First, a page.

Despite the aforementioned constraints on construction, the fill overall is smooth. Any puzzle with SPRAT, the [Jack who could eat no fat], and DO IT!, ["Go ahead!"] does well by me. We have some things old (the crosswordese-y PFCS, EELER, ENL, and RELET), some things new (PREGO pasta sauce, actor VIGGO Mortensen, IMAX screens, media giant VIACOM), some things borrowed (EDAM cheese from the Dutch, AUDI from the Germans, and OUI from the French), and some things blue (like a SPEEDO swimsuit, perhaps).
The theme is easily ESPIED, [Spotted], once you get over the momentary “Huh?” of having the same word intersect itself in the grid. And that enabled me to finish in a relatively speedy Tuesday time. My only lasting pauses came in the puzzle’s heartland. I have no familiarity with [French actor Alain] DELON. (Wikipedia says he was known as “the male Brigitte Bardot.” As the male Angelina Jolie, I feel his pain.) And for whatever reason, I can never summon IDYL as the [Pastoral poem]. OMNIA [vincit amor] wasn’t too troubling–it’s the old expression, “love conquers all,” meaning it will suck your soul, take half of what you own, and leave you a shell of your former self. Good thing I’m not bitter.
Another hesitation came with the [Cremona craftsman], the violin maker AMATI. And were it not for easy crossings, I would have struggled with GESSO, the [Painting surface]. Same for ODETTE, the ["Swan Lake" swan]. I lost a little time trying DROPS and then DRIPS for [Small amounts] when this grid wanted DRAMS. Looking back at this list of unknowns, it seems to me this easily could have been clued as a Thursday puzzle, but perhaps the simplicity of the theme itself tilted the puzzle toward Tuesday. It worked for me–a most enjoyable Tuesday puzzle.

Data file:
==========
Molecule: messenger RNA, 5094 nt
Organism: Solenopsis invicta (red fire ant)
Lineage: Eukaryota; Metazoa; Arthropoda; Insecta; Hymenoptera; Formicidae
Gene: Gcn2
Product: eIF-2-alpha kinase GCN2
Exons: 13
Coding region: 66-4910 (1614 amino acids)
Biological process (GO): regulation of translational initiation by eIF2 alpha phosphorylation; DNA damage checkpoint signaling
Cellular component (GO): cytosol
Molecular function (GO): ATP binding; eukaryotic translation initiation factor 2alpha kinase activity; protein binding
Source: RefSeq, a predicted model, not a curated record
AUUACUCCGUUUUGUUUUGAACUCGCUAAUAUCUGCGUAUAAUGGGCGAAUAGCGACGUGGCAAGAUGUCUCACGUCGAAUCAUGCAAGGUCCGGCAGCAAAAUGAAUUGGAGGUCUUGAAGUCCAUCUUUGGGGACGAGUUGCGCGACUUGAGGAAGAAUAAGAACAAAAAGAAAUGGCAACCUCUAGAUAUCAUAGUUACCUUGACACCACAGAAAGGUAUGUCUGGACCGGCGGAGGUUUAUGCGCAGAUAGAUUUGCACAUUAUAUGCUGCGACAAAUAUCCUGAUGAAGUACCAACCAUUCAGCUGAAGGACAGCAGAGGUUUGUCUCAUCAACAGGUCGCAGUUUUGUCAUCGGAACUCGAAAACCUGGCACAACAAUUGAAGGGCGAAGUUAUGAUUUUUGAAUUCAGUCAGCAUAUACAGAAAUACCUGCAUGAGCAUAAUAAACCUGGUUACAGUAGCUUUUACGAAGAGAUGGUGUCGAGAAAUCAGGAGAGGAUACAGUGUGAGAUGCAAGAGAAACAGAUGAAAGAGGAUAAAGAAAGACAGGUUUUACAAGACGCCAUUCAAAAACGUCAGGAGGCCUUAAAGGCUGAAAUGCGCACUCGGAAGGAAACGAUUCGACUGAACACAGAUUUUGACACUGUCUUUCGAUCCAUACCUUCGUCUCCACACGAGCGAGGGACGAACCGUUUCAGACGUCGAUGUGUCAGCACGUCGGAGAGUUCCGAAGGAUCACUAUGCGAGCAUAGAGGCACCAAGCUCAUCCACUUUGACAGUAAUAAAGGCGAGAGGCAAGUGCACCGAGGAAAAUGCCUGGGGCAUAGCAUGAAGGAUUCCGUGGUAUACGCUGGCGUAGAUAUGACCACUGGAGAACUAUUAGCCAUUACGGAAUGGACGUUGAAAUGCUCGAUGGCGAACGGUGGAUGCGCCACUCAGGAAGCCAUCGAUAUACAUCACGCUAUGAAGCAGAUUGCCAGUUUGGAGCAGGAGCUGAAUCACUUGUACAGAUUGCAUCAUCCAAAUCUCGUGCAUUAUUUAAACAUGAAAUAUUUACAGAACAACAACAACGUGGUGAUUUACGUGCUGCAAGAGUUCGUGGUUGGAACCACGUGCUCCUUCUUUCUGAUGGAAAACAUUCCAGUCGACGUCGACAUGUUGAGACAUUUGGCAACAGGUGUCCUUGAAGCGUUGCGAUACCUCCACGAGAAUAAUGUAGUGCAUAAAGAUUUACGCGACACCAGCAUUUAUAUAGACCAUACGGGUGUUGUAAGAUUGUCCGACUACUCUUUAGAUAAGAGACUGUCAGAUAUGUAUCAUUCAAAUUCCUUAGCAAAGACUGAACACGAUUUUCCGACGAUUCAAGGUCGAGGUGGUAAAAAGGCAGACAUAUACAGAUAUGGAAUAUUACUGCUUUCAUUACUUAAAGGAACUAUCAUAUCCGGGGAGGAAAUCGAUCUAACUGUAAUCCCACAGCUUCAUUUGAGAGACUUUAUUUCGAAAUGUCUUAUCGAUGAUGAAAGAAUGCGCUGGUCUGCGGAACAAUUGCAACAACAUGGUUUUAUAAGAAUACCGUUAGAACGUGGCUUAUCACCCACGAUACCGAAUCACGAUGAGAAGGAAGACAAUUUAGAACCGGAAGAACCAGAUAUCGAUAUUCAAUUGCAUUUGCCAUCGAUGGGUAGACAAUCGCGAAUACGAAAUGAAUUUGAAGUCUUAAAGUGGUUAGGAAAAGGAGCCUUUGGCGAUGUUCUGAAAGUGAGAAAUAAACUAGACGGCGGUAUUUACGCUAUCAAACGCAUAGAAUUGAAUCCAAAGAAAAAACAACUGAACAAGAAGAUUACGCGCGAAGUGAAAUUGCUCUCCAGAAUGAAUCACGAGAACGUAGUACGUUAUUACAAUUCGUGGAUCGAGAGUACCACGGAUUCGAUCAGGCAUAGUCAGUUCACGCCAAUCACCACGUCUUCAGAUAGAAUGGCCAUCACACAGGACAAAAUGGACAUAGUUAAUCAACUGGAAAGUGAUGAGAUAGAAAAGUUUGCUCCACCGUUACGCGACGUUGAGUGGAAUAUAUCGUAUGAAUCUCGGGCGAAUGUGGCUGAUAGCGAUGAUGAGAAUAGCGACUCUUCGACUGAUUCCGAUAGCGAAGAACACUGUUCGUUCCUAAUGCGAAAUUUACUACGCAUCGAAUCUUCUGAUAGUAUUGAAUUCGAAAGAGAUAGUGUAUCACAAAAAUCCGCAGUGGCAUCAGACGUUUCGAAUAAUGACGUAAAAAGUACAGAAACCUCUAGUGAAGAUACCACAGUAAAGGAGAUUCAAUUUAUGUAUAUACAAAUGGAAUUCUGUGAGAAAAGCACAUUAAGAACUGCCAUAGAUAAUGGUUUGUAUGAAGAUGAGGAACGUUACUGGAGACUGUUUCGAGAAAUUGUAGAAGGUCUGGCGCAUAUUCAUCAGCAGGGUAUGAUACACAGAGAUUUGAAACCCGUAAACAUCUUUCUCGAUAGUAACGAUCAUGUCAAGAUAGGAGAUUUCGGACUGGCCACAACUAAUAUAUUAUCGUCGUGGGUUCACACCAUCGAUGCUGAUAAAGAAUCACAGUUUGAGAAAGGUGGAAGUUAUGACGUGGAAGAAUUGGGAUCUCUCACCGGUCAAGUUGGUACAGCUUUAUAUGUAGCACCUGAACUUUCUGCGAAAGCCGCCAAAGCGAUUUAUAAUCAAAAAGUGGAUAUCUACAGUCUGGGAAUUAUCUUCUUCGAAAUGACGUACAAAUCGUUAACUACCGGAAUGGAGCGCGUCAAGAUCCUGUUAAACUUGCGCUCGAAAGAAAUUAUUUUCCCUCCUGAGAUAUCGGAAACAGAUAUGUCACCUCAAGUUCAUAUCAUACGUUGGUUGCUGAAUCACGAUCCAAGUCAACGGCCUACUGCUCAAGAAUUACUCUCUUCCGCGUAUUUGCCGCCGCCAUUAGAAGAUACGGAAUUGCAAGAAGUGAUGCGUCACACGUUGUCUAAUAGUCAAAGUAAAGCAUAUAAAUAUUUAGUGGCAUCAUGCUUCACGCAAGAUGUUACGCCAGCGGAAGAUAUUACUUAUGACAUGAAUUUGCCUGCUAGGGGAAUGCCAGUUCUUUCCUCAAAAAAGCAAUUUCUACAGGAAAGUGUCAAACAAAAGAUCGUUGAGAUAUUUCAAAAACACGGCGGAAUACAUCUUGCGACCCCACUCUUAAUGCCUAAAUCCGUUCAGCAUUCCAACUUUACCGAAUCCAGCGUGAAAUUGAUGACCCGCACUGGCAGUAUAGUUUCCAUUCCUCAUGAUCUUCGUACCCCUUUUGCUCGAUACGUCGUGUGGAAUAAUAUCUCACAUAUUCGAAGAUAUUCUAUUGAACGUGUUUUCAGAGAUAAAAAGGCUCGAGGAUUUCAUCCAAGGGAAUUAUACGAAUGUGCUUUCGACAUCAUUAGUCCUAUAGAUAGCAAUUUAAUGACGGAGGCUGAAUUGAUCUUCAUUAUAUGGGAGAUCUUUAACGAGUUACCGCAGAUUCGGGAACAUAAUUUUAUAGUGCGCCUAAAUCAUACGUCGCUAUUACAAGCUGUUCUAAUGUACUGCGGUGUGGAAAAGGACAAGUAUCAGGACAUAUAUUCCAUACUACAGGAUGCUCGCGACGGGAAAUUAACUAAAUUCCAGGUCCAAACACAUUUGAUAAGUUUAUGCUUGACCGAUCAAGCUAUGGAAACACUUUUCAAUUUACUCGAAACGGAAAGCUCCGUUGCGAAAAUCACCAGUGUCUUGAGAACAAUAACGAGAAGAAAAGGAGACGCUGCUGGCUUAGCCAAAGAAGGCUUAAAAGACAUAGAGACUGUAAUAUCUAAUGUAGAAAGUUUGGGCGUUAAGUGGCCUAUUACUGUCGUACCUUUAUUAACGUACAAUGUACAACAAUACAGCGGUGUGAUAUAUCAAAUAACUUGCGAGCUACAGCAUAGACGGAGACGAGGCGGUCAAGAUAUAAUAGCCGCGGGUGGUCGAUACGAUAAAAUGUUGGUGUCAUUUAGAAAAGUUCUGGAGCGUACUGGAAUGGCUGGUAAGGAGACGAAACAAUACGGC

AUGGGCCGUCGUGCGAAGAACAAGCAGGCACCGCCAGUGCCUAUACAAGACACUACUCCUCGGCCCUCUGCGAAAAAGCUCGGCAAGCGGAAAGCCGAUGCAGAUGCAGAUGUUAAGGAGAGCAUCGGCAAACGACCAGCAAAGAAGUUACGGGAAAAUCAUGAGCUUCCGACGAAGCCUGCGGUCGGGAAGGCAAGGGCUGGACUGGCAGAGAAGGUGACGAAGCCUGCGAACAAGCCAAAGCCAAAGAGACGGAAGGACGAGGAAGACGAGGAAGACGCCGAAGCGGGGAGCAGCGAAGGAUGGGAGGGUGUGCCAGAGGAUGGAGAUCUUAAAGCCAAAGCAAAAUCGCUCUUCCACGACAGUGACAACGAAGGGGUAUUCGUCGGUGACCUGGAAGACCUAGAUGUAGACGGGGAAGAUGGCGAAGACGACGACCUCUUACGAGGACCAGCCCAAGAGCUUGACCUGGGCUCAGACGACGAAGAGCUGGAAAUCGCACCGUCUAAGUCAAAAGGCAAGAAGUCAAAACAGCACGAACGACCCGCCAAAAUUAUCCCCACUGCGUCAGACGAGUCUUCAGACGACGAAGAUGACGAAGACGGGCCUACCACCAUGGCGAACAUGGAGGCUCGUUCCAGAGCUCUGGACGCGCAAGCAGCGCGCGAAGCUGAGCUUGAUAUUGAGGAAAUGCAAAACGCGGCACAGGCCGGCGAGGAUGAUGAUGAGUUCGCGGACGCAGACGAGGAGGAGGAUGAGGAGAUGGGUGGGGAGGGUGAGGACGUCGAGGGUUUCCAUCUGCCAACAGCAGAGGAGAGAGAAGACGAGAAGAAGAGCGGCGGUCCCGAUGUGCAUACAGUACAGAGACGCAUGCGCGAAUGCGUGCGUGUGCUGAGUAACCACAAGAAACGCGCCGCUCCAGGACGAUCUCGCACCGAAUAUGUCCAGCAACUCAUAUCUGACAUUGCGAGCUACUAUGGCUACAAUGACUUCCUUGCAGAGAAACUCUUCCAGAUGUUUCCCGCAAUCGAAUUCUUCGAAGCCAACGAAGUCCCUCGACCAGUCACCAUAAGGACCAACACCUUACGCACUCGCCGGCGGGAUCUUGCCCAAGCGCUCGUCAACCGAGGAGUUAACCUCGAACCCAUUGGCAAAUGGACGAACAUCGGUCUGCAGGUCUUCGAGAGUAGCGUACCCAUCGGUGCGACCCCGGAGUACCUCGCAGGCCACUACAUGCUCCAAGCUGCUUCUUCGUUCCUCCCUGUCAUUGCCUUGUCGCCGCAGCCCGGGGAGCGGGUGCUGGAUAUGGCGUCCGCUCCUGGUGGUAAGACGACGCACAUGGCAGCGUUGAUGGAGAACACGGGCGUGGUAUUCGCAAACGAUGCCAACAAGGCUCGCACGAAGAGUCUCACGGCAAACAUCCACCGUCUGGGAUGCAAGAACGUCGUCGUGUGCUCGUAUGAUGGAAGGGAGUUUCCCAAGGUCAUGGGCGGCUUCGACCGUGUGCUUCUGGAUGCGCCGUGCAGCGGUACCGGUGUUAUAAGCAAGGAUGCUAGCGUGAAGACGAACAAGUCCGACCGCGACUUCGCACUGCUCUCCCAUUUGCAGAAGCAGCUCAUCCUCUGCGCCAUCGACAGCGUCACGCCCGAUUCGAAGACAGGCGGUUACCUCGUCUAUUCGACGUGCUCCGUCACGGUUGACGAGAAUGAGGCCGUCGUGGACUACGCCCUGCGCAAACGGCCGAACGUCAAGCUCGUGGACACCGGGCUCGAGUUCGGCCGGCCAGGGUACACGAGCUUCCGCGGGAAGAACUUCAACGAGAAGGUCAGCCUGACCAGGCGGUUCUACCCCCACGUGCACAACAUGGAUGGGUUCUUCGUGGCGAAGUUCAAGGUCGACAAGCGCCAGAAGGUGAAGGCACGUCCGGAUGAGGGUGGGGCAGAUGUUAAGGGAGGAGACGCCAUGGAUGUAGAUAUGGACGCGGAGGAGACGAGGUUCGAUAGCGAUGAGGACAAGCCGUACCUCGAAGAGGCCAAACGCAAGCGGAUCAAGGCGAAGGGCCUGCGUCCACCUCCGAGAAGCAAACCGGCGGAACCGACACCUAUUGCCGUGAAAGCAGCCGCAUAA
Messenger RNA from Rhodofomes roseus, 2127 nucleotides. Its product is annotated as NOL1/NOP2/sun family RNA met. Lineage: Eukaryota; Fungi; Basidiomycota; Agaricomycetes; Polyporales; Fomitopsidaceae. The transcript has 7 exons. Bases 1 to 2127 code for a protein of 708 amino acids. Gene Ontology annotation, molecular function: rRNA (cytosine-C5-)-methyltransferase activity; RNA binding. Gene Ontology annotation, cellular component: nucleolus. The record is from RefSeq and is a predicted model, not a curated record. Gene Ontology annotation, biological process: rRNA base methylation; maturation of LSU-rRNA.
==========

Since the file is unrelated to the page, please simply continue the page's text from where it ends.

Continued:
Matt Jones’s Jonesin’ crossword, “Everyone’s Gotta Eat”
Hah! I did not see that punch line coming. Sure, it seems obvious now, but I had to work to get that last bit of theme. The bulk of the theme entries spell out a question: WHAT WORD DO / VEGAN ZOMBIES / CHANT / AS THEY ATTACK? The answer, of course, is GRAAAAAINS. Because vegan zombies would never eat brains. Ick.
I grouse about most quote themes, but this riddle was fun, and the phrase VEGAN ZOMBIES looks incredible in the grid. There’s gotta be a band by that name on some college campus somewhere, right?
And now, two thirds of a dozen clues:
- 26a. [Famous naked horse rider] is Lady GODIVA. Anyone have Paul REVERE here? Or Eddie ARCARO?
- 43a. POP is clued [Go after a zit]. Ladies and gentlemen, this is not your daily newspaper.
- 53a. [Sound of being hit with a newspaper] is a solid WHAP.